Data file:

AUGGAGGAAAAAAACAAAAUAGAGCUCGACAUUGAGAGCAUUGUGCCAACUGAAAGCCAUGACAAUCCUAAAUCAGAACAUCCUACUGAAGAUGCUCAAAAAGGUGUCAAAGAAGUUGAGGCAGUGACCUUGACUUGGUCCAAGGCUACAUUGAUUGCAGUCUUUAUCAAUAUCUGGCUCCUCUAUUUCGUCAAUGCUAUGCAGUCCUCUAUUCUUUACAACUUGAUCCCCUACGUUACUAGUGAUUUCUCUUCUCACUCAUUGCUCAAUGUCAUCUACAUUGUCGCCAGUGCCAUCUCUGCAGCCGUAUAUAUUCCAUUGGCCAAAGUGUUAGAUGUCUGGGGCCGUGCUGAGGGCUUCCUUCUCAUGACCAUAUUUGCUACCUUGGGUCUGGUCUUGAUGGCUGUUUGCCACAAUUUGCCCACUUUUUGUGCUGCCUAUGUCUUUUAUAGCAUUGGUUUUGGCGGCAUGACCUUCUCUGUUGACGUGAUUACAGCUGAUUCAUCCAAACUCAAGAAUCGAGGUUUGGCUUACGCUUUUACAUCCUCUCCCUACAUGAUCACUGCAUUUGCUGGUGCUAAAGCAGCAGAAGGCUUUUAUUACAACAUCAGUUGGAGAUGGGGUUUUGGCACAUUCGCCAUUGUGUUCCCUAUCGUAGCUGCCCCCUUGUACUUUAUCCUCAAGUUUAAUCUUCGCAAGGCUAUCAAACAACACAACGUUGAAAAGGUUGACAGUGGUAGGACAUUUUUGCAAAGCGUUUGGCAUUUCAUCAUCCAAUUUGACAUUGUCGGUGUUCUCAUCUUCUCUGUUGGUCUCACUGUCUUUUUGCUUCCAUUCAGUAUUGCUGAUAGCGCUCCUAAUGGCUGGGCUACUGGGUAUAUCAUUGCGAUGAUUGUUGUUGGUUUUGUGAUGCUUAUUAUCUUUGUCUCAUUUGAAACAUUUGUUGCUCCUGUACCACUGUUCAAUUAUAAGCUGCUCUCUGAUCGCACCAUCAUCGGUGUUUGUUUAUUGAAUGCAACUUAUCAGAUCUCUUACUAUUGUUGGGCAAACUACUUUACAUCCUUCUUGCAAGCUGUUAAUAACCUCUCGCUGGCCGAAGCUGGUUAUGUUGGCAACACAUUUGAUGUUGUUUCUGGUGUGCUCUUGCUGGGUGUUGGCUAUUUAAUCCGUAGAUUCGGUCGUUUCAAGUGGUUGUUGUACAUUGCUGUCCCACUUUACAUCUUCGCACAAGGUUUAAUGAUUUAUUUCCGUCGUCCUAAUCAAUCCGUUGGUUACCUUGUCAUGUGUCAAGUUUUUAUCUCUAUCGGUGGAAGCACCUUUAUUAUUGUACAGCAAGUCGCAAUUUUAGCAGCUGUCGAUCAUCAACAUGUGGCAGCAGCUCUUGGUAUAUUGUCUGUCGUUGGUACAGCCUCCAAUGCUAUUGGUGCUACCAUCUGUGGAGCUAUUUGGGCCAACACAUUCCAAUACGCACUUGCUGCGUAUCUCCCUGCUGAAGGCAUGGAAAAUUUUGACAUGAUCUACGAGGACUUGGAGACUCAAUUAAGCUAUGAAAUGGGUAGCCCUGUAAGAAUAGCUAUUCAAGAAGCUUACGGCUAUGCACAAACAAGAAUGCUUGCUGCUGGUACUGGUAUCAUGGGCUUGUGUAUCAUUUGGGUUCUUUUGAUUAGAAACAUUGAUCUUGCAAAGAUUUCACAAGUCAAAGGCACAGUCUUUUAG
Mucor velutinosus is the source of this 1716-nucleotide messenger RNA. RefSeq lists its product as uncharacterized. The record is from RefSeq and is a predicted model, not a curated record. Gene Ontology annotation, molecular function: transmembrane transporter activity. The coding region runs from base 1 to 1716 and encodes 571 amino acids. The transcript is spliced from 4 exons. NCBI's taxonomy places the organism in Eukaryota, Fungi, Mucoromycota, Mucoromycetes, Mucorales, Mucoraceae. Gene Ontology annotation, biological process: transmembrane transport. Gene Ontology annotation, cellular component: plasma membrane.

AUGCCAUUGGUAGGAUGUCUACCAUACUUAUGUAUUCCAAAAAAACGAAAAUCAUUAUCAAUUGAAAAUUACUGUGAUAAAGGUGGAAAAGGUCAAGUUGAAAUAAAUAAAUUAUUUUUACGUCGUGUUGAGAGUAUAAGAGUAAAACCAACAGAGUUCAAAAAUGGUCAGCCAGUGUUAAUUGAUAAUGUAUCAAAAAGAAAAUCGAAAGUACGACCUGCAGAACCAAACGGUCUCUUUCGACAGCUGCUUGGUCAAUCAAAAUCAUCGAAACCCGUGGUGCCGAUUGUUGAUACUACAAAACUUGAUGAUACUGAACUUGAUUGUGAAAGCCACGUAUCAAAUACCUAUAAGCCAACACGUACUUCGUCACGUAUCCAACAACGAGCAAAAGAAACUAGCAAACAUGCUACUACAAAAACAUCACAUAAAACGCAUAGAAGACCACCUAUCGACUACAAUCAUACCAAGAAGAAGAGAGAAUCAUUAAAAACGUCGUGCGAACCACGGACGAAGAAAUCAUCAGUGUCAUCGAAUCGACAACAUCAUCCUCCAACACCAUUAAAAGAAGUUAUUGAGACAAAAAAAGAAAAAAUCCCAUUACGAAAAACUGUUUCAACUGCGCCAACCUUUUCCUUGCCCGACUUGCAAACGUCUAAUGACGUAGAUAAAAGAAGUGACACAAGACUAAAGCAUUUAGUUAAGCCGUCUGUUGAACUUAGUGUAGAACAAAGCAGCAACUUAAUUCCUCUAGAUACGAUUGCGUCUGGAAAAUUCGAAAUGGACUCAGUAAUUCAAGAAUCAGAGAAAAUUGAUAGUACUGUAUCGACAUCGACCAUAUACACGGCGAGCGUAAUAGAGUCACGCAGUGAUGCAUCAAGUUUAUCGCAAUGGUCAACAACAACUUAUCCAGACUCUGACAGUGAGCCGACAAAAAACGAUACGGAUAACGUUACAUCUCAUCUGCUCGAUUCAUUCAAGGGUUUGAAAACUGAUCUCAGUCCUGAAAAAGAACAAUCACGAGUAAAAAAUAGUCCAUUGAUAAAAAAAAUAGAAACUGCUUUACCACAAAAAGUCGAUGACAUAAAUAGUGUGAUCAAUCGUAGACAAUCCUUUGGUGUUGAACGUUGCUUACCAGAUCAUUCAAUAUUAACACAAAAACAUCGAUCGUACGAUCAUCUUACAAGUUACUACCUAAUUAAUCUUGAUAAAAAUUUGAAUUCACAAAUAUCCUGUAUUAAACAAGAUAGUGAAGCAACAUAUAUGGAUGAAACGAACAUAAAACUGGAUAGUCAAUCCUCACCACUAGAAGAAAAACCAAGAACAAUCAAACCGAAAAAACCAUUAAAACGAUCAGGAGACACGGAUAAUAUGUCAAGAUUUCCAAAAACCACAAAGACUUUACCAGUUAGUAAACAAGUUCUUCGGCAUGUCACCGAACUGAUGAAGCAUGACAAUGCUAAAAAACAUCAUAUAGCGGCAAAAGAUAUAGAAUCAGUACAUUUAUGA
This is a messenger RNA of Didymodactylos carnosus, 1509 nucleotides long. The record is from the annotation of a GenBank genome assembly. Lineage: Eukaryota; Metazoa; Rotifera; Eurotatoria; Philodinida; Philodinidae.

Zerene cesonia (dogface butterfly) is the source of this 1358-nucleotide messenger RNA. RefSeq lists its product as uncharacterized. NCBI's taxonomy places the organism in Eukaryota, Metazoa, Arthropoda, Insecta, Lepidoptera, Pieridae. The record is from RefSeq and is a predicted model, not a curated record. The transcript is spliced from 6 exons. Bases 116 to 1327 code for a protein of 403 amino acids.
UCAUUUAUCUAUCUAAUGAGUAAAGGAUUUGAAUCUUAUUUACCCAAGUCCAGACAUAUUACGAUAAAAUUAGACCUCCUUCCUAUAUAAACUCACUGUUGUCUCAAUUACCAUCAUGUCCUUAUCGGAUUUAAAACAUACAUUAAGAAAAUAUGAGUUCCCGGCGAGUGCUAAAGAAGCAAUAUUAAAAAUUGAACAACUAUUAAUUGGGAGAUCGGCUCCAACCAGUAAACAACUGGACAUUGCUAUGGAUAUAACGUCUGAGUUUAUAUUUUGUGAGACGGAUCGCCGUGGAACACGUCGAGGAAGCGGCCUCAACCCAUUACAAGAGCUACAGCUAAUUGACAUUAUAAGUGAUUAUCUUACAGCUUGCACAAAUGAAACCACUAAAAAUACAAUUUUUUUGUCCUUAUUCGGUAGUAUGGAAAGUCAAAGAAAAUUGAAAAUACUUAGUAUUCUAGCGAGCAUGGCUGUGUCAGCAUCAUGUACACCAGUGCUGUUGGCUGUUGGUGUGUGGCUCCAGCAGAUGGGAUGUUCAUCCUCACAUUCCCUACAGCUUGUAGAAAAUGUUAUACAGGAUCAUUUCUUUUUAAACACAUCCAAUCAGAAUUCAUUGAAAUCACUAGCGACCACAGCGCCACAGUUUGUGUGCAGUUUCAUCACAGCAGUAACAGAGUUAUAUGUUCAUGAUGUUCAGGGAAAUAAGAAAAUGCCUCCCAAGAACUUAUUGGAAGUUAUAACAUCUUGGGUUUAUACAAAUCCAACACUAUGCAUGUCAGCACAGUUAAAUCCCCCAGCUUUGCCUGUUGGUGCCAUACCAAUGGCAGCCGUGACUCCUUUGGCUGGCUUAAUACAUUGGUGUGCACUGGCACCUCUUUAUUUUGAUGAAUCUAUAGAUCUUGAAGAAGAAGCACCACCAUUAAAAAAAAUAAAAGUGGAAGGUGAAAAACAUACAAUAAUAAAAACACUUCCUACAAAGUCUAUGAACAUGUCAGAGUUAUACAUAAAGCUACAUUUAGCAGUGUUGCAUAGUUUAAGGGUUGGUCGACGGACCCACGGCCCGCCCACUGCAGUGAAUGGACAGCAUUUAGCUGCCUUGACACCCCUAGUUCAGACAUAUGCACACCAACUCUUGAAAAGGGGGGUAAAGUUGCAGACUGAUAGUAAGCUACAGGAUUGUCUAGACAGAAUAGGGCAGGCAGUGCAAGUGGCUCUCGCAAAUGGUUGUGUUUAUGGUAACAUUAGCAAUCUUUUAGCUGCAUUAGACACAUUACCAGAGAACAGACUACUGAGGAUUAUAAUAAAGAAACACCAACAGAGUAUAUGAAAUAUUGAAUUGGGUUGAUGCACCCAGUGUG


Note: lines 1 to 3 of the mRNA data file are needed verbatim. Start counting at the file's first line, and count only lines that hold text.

AUGGAGGAAAAAAACAAAAUAGAGCUCGACAUUGAGAGCAUUGUGCCAACUGAAAGCCAUGACAAUCCUAAAUCAGAACAUCCUACUGAAGAUGCUCAAAAAGGUGUCAAAGAAGUUGAGGCAGUGACCUUGACUUGGUCCAAGGCUACAUUGAUUGCAGUCUUUAUCAAUAUCUGGCUCCUCUAUUUCGUCAAUGCUAUGCAGUCCUCUAUUCUUUACAACUUGAUCCCCUACGUUACUAGUGAUUUCUCUUCUCACUCAUUGCUCAAUGUCAUCUACAUUGUCGCCAGUGCCAUCUCUGCAGCCGUAUAUAUUCCAUUGGCCAAAGUGUUAGAUGUCUGGGGCCGUGCUGAGGGCUUCCUUCUCAUGACCAUAUUUGCUACCUUGGGUCUGGUCUUGAUGGCUGUUUGCCACAAUUUGCCCACUUUUUGUGCUGCCUAUGUCUUUUAUAGCAUUGGUUUUGGCGGCAUGACCUUCUCUGUUGACGUGAUUACAGCUGAUUCAUCCAAACUCAAGAAUCGAGGUUUGGCUUACGCUUUUACAUCCUCUCCCUACAUGAUCACUGCAUUUGCUGGUGCUAAAGCAGCAGAAGGCUUUUAUUACAACAUCAGUUGGAGAUGGGGUUUUGGCACAUUCGCCAUUGUGUUCCCUAUCGUAGCUGCCCCCUUGUACUUUAUCCUCAAGUUUAAUCUUCGCAAGGCUAUCAAACAACACAACGUUGAAAAGGUUGACAGUGGUAGGACAUUUUUGCAAAGCGUUUGGCAUUUCAUCAUCCAAUUUGACAUUGUCGGUGUUCUCAUCUUCUCUGUUGGUCUCACUGUCUUUUUGCUUCCAUUCAGUAUUGCUGAUAGCGCUCCUAAUGGCUGGGCUACUGGGUAUAUCAUUGCGAUGAUUGUUGUUGGUUUUGUGAUGCUUAUUAUCUUUGUCUCAUUUGAAACAUUUGUUGCUCCUGUACCACUGUUCAAUUAUAAGCUGCUCUCUGAUCGCACCAUCAUCGGUGUUUGUUUAUUGAAUGCAACUUAUCAGAUCUCUUACUAUUGUUGGGCAAACUACUUUACAUCCUUCUUGCAAGCUGUUAAUAACCUCUCGCUGGCCGAAGCUGGUUAUGUUGGCAACACAUUUGAUGUUGUUUCUGGUGUGCUCUUGCUGGGUGUUGGCUAUUUAAUCCGUAGAUUCGGUCGUUUCAAGUGGUUGUUGUACAUUGCUGUCCCACUUUACAUCUUCGCACAAGGUUUAAUGAUUUAUUUCCGUCGUCCUAAUCAAUCCGUUGGUUACCUUGUCAUGUGUCAAGUUUUUAUCUCUAUCGGUGGAAGCACCUUUAUUAUUGUACAGCAAGUCGCAAUUUUAGCAGCUGUCGAUCAUCAACAUGUGGCAGCAGCUCUUGGUAUAUUGUCUGUCGUUGGUACAGCCUCCAAUGCUAUUGGUGCUACCAUCUGUGGAGCUAUUUGGGCCAACACAUUCCAAUACGCACUUGCUGCGUAUCUCCCUGCUGAAGGCAUGGAAAAUUUUGACAUGAUCUACGAGGACUUGGAGACUCAAUUAAGCUAUGAAAUGGGUAGCCCUGUAAGAAUAGCUAUUCAAGAAGCUUACGGCUAUGCACAAACAAGAAUGCUUGCUGCUGGUACUGGUAUCAUGGGCUUGUGUAUCAUUUGGGUUCUUUUGAUUAGAAACAUUGAUCUUGCAAAGAUUUCACAAGUCAAAGGCACAGUCUUUUAG
Mucor velutinosus is the source of this 1716-nucleotide messenger RNA. RefSeq lists its product as uncharacterized. The record is from RefSeq and is a predicted model, not a curated record. Gene Ontology annotation, molecular function: transmembrane transporter activity. The coding region runs from base 1 to 1716 and encodes 571 amino acids. The transcript is spliced from 4 exons. NCBI's taxonomy places the organism in Eukaryota, Fungi, Mucoromycota, Mucoromycetes, Mucorales, Mucoraceae. Gene Ontology annotation, biological process: transmembrane transport. Gene Ontology annotation, cellular component: plasma membrane.

AUGCCAUUGGUAGGAUGUCUACCAUACUUAUGUAUUCCAAAAAAACGAAAAUCAUUAUCAAUUGAAAAUUACUGUGAUAAAGGUGGAAAAGGUCAAGUUGAAAUAAAUAAAUUAUUUUUACGUCGUGUUGAGAGUAUAAGAGUAAAACCAACAGAGUUCAAAAAUGGUCAGCCAGUGUUAAUUGAUAAUGUAUCAAAAAGAAAAUCGAAAGUACGACCUGCAGAACCAAACGGUCUCUUUCGACAGCUGCUUGGUCAAUCAAAAUCAUCGAAACCCGUGGUGCCGAUUGUUGAUACUACAAAACUUGAUGAUACUGAACUUGAUUGUGAAAGCCACGUAUCAAAUACCUAUAAGCCAACACGUACUUCGUCACGUAUCCAACAACGAGCAAAAGAAACUAGCAAACAUGCUACUACAAAAACAUCACAUAAAACGCAUAGAAGACCACCUAUCGACUACAAUCAUACCAAGAAGAAGAGAGAAUCAUUAAAAACGUCGUGCGAACCACGGACGAAGAAAUCAUCAGUGUCAUCGAAUCGACAACAUCAUCCUCCAACACCAUUAAAAGAAGUUAUUGAGACAAAAAAAGAAAAAAUCCCAUUACGAAAAACUGUUUCAACUGCGCCAACCUUUUCCUUGCCCGACUUGCAAACGUCUAAUGACGUAGAUAAAAGAAGUGACACAAGACUAAAGCAUUUAGUUAAGCCGUCUGUUGAACUUAGUGUAGAACAAAGCAGCAACUUAAUUCCUCUAGAUACGAUUGCGUCUGGAAAAUUCGAAAUGGACUCAGUAAUUCAAGAAUCAGAGAAAAUUGAUAGUACUGUAUCGACAUCGACCAUAUACACGGCGAGCGUAAUAGAGUCACGCAGUGAUGCAUCAAGUUUAUCGCAAUGGUCAACAACAACUUAUCCAGACUCUGACAGUGAGCCGACAAAAAACGAUACGGAUAACGUUACAUCUCAUCUGCUCGAUUCAUUCAAGGGUUUGAAAACUGAUCUCAGUCCUGAAAAAGAACAAUCACGAGUAAAAAAUAGUCCAUUGAUAAAAAAAAUAGAAACUGCUUUACCACAAAAAGUCGAUGACAUAAAUAGUGUGAUCAAUCGUAGACAAUCCUUUGGUGUUGAACGUUGCUUACCAGAUCAUUCAAUAUUAACACAAAAACAUCGAUCGUACGAUCAUCUUACAAGUUACUACCUAAUUAAUCUUGAUAAAAAUUUGAAUUCACAAAUAUCCUGUAUUAAACAAGAUAGUGAAGCAACAUAUAUGGAUGAAACGAACAUAAAACUGGAUAGUCAAUCCUCACCACUAGAAGAAAAACCAAGAACAAUCAAACCGAAAAAACCAUUAAAACGAUCAGGAGACACGGAUAAUAUGUCAAGAUUUCCAAAAACCACAAAGACUUUACCAGUUAGUAAACAAGUUCUUCGGCAUGUCACCGAACUGAUGAAGCAUGACAAUGCUAAAAAACAUCAUAUAGCGGCAAAAGAUAUAGAAUCAGUACAUUUAUGA